In this tutorial, you'll learn what is ref cursors. PL/SQL (Procedural Language/Structured Query Language) is Oracle Corporation's procedural extension for SQL and the Oracle relational database. PL/SQL is available in Oracle Database (since version 7), TimesTen in-memory database (since version 11.2.1), and IBM DB2 (since version 9.7).[1] Oracle Corporation usually extends PL/SQL functionality with each successive release of the Oracle Database. PL/SQL includes procedural language elements such as conditions and loops. It allows declaration of constants and variables, procedures and functions, types and variables of those types, and triggers. It can handle exceptions (runtime errors). Arrays are supported involving the use of PL/SQL collections. Implementations from version 8 of Oracle Database onwards have included features associated with object-orientation. One can create PL/SQL units such as procedures, functions, packages, types, and triggers, which are stored in the database for reuse by applications that use any of the Oracle Database programmatic interfaces. PL/SQL works analogously to the embedded procedural languages associated with other relational databases. For example, Sybase ASE and Microsoft SQL Server have Transact-SQL, PostgreSQL has PL/pgSQL (which emulates PL/SQL to an extent), and IBM DB2 includes SQL Procedural Language,[2] which conforms to the ISO SQL’s SQL/PSM standard. The designers of PL/SQL modeled its syntax on that of Ada. Both Ada and PL/SQL have Pascal as a common ancestor, and so PL/SQL also resembles Pascal in several aspects. However, the structure of a PL/SQL package does not resemble the basic Object Pascal program structure as implemented by a Borland Delphi or Free Pascal unit. Programmers can define public and private global data-types, constants and static variables in a PL/SQL package.[3] PL/SQL also allows for the definition of classes and instantiating these as objects in PL/SQL code. This resembles usage in object-oriented programming languages like Object Pascal, C++ and Java. PL/SQL refers to a class as an "Abstract Data Type" (ADT) or "User Defined Type" (UDT), and defines it as an Oracle SQL data-type as opposed to a PL/SQL user-defined type, allowing its use in both the Oracle SQL Engine and the Oracle PL/SQL engine. The constructor and methods of an Abstract Data Type are written in PL/SQL. The resulting Abstract Data Type can operate as an object class in PL/SQL. Such objects can also persist as column values in Oracle database tables. PL/SQL is fundamentally distinct from Transact-SQL, despite superficial similarities. Porting code from one to the other usually involves non-trivial work, not only due to the differences in the feature sets of the two languages,[4] but also due to the very significant differences in the way Oracle and SQL Server deal with concurrency and locking. There are software tools available that claim to facilitate porting including Oracle Translation Scratch Editor,[5] CEITON MSSQL/Oracle Compiler [6] and SwisSQL.[7] The StepSqlite product is a PL/SQL compiler for the popular small database SQLite. PL/SQL Program Unit A PL/SQL program unit is one of the following: PL/SQL anonymous block, procedure, function, package specification, package body, trigger, type specification, type body, library. Program units are the PL/SQL source code that is compiled, developed and ultimately executed on the database. The basic unit of a PL/SQL source program is the block, which groups together related declarations and statements. A PL/SQL block is defined by the keywords DECLARE, BEGIN, EXCEPTION, and END. These keywords divide the block into a declarative part, an executable part, and an exception-handling part. The declaration section is optional and may be used to define and initialize constants and variables. If a variable is not initialized then it defaults to NULL value. The optional exception-handling part is used to handle run time errors. Only the executable part is required. A block can have a label. Package Packages are groups of conceptually linked functions, procedures, variables, PL/SQL table and record TYPE statements, constants, cursors etc. The use of packages promotes re-use of code. Packages are composed of the package specification and an optional package body. The specification is the interface to the application; it declares the types, variables, constants, exceptions, cursors, and subprograms available. The body fully defines cursors and subprograms, and so implements the specification. Two advantages of packages are: Modular approach, encapsulation/hiding of business logic, security, performance improvement, re-usability. They support object-oriented programming features like function overloading and encapsulation. Using package variables one can declare session level (scoped) variables, since variables declared in the package specification have a session scope.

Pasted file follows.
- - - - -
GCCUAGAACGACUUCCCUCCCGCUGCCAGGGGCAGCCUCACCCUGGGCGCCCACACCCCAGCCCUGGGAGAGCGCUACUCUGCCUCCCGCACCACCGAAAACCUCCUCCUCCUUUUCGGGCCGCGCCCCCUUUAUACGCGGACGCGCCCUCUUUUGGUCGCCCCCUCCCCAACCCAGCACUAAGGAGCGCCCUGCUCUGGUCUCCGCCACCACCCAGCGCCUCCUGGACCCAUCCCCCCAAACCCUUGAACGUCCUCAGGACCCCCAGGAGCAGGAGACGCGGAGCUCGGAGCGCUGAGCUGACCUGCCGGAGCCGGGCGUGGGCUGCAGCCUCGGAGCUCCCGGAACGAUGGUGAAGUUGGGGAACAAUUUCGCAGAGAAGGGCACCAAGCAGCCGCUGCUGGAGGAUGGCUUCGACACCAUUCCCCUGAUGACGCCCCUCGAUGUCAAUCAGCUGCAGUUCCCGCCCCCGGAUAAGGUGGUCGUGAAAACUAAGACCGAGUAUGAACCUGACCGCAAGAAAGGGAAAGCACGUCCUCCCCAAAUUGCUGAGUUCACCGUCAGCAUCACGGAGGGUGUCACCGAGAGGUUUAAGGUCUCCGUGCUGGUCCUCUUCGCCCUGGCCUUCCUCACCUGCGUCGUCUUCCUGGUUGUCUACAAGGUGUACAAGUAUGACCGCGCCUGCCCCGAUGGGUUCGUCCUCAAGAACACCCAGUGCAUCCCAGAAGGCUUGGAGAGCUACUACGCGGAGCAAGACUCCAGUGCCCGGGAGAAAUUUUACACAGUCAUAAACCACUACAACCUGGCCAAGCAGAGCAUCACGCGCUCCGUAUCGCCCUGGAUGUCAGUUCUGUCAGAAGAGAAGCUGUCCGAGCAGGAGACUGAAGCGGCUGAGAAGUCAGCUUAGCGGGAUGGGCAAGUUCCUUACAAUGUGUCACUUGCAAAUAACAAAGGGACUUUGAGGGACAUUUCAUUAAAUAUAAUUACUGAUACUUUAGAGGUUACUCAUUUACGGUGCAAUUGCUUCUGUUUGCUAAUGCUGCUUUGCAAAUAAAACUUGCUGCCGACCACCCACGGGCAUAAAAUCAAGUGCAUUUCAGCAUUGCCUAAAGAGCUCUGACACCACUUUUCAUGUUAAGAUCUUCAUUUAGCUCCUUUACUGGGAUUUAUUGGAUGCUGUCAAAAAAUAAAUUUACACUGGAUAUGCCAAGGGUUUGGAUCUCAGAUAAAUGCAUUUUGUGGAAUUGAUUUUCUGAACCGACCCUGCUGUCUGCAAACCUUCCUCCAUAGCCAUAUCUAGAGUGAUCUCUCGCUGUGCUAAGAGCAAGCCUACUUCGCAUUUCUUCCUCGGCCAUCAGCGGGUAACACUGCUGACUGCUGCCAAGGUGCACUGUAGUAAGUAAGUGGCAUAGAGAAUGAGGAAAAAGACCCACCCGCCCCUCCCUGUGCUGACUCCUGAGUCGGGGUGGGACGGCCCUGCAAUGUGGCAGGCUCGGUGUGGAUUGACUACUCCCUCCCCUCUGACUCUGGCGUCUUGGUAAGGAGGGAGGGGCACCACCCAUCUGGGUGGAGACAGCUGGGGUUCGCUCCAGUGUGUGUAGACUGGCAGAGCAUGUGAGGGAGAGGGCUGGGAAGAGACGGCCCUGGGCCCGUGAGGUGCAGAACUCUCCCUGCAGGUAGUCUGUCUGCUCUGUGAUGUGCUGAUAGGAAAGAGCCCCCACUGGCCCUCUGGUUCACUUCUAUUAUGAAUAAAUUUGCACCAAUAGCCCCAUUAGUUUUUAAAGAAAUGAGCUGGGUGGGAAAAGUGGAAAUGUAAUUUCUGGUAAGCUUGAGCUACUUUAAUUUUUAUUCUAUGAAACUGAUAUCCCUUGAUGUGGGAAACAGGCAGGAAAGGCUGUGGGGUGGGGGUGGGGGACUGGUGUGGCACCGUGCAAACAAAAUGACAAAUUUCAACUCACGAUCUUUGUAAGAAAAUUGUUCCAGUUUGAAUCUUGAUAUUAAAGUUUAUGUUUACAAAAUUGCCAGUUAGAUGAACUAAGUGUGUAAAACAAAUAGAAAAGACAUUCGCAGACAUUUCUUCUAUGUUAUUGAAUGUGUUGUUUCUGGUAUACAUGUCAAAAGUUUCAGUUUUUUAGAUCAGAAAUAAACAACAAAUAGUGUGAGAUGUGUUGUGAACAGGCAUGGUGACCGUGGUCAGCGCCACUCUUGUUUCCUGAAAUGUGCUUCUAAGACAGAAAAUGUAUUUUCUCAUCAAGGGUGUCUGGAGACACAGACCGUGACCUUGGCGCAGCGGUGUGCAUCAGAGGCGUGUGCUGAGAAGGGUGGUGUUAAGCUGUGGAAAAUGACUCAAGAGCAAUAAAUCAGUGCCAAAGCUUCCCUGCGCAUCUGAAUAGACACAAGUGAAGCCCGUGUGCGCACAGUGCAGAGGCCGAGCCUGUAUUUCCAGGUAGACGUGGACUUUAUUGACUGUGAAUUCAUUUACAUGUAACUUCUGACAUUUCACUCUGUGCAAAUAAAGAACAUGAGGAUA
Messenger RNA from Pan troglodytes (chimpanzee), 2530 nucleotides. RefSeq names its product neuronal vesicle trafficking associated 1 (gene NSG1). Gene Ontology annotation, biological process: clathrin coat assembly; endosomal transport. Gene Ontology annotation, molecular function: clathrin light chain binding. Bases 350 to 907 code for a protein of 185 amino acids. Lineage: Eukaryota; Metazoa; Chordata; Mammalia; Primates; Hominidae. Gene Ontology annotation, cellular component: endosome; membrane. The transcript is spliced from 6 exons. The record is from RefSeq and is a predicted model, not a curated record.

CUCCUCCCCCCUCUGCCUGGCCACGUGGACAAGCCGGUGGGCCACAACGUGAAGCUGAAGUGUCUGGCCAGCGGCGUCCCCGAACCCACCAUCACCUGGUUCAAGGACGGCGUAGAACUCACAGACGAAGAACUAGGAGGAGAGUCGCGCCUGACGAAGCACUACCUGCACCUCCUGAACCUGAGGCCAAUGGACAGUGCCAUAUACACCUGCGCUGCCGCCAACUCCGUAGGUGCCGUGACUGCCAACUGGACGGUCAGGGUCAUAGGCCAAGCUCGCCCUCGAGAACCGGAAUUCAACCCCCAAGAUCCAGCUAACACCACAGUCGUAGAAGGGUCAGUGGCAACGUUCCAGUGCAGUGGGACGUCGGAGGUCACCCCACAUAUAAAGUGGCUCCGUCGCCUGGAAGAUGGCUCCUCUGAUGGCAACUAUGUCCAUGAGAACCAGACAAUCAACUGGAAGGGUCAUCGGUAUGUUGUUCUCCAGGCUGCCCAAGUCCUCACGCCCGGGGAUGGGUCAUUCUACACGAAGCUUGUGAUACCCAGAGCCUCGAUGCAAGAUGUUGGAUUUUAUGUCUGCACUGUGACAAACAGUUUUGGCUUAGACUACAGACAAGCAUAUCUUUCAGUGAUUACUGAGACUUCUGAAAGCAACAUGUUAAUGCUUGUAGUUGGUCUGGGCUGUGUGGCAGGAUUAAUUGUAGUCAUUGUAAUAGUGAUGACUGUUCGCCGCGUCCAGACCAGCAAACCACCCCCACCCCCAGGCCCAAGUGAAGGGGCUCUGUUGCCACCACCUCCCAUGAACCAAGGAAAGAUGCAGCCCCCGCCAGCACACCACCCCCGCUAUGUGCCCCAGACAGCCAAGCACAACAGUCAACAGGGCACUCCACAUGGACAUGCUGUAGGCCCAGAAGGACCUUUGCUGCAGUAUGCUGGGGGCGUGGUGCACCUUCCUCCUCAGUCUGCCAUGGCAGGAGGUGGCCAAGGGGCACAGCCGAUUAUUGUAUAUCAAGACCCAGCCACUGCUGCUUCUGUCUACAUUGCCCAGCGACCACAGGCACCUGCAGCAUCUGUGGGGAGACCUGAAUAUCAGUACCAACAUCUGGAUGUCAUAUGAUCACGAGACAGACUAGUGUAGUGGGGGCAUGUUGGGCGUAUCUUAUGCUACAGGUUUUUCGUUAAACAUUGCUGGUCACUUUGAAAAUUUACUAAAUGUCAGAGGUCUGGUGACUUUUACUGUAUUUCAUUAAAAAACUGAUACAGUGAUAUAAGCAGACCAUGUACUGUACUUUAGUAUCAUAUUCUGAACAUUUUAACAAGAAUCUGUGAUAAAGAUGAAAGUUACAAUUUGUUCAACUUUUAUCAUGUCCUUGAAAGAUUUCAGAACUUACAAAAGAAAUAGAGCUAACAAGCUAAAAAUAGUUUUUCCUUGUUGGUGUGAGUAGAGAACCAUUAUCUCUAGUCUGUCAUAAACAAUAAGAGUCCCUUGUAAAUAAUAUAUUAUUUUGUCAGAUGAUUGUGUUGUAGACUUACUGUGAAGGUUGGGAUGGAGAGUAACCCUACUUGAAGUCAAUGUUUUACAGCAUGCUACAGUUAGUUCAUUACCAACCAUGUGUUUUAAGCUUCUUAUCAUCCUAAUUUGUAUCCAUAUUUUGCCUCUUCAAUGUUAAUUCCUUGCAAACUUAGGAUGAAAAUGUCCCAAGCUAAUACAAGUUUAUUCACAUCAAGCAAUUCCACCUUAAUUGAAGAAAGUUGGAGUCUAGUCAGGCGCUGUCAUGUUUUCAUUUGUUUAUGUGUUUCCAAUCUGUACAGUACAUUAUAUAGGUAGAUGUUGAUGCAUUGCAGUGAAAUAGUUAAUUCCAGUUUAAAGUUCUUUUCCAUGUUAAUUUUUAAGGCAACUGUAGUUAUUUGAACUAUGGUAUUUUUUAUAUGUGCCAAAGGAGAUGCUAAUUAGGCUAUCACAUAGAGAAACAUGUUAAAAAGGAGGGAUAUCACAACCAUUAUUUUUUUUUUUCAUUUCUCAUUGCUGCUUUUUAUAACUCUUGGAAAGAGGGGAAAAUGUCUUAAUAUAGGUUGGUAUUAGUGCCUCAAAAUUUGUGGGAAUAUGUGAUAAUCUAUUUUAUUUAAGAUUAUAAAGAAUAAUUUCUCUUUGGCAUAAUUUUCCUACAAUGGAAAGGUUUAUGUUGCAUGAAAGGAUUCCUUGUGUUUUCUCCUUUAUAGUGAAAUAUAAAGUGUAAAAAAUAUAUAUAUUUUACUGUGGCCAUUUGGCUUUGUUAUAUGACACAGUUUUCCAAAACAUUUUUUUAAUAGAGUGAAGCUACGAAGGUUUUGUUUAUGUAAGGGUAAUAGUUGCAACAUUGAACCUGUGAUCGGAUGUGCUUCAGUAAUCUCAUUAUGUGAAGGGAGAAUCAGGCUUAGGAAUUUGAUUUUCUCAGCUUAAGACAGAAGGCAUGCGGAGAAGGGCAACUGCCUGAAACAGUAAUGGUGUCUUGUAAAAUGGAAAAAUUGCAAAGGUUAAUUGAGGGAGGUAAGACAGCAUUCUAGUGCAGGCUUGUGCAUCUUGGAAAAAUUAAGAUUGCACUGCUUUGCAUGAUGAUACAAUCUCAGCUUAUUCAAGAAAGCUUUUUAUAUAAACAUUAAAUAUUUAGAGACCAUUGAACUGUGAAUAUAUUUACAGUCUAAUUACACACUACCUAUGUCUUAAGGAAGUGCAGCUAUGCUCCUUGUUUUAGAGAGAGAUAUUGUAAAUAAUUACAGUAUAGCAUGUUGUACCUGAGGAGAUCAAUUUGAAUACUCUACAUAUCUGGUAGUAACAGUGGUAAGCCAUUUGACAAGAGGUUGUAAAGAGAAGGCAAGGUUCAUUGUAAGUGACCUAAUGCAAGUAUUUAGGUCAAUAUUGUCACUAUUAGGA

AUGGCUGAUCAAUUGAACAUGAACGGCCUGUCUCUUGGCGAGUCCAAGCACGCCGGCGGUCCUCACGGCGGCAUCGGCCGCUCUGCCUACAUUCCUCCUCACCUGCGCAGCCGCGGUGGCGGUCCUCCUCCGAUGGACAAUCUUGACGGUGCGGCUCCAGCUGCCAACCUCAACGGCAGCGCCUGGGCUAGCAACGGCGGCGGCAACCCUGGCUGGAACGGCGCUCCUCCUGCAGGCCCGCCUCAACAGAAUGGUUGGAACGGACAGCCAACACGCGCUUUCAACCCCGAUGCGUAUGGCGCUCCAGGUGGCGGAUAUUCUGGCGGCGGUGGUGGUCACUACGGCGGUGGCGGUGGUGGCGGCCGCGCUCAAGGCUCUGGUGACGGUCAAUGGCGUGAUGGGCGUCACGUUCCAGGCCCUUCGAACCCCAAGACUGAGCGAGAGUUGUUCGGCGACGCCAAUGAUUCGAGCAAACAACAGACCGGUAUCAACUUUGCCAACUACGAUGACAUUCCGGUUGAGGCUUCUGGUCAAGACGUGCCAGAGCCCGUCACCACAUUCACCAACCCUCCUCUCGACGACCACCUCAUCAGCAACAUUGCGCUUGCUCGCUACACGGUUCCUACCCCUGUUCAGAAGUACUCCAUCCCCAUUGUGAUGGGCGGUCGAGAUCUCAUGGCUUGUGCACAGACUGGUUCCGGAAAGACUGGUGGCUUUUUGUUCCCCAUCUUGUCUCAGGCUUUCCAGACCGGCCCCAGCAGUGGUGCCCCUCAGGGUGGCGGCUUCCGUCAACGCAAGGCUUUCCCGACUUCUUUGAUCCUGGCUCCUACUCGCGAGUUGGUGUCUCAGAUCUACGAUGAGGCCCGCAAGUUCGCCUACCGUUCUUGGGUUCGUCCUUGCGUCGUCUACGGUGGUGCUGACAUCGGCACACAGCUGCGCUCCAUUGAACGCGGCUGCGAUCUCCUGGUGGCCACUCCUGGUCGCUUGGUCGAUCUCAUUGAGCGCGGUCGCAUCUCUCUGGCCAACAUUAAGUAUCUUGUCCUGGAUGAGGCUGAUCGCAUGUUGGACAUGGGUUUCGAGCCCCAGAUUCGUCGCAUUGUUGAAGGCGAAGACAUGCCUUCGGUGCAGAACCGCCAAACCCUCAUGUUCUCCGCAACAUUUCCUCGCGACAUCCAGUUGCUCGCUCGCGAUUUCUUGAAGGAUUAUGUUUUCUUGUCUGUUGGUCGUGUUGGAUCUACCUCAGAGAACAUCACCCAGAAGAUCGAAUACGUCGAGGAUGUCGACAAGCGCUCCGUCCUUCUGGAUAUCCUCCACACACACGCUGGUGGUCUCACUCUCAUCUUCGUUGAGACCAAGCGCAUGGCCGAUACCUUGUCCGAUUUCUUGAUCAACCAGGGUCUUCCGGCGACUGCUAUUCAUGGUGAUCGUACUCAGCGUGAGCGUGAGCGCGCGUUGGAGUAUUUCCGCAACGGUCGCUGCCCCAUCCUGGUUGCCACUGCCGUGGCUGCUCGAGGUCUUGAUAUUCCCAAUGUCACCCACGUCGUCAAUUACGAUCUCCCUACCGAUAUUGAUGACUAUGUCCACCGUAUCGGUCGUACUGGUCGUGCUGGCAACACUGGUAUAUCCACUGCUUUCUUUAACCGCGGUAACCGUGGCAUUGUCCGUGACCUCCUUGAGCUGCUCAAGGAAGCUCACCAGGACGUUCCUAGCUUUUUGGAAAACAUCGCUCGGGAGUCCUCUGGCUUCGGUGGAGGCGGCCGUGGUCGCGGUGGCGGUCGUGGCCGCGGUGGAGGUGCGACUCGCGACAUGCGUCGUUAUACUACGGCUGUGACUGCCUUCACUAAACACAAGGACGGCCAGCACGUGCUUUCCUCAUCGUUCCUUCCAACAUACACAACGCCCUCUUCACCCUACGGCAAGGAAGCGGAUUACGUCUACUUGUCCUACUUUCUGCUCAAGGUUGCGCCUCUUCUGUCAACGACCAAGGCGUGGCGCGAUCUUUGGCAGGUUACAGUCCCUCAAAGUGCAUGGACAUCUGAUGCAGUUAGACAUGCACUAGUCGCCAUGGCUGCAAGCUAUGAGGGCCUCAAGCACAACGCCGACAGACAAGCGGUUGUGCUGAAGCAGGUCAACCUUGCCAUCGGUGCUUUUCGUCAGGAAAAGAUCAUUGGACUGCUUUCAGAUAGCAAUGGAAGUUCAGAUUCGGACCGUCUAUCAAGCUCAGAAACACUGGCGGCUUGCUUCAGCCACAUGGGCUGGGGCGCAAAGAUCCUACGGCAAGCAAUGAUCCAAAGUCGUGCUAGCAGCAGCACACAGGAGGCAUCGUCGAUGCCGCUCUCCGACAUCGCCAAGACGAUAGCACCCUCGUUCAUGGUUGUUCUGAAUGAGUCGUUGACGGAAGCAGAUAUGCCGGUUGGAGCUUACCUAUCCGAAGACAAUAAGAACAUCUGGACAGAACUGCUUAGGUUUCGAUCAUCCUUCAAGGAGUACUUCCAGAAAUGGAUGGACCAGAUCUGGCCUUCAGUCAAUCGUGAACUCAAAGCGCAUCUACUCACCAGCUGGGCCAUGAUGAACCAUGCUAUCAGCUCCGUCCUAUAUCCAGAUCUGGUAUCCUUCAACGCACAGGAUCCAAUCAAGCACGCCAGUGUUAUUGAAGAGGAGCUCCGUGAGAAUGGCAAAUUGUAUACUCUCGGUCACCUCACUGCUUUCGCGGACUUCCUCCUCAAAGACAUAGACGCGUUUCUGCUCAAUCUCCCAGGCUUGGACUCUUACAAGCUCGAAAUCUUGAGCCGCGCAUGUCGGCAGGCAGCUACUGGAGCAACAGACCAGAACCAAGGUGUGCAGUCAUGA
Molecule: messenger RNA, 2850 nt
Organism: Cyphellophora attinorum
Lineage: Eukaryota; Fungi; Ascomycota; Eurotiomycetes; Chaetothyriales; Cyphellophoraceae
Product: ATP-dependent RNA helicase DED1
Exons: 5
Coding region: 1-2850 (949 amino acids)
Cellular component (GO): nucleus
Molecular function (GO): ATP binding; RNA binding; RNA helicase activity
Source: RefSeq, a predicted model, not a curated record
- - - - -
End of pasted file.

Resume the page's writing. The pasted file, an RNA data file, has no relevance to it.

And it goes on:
Views: 28360 radhikaravikumar
Oracle PL/SQL Tutorials | Package Overloading | by Mr.Vaman Deshmukh
 
09:36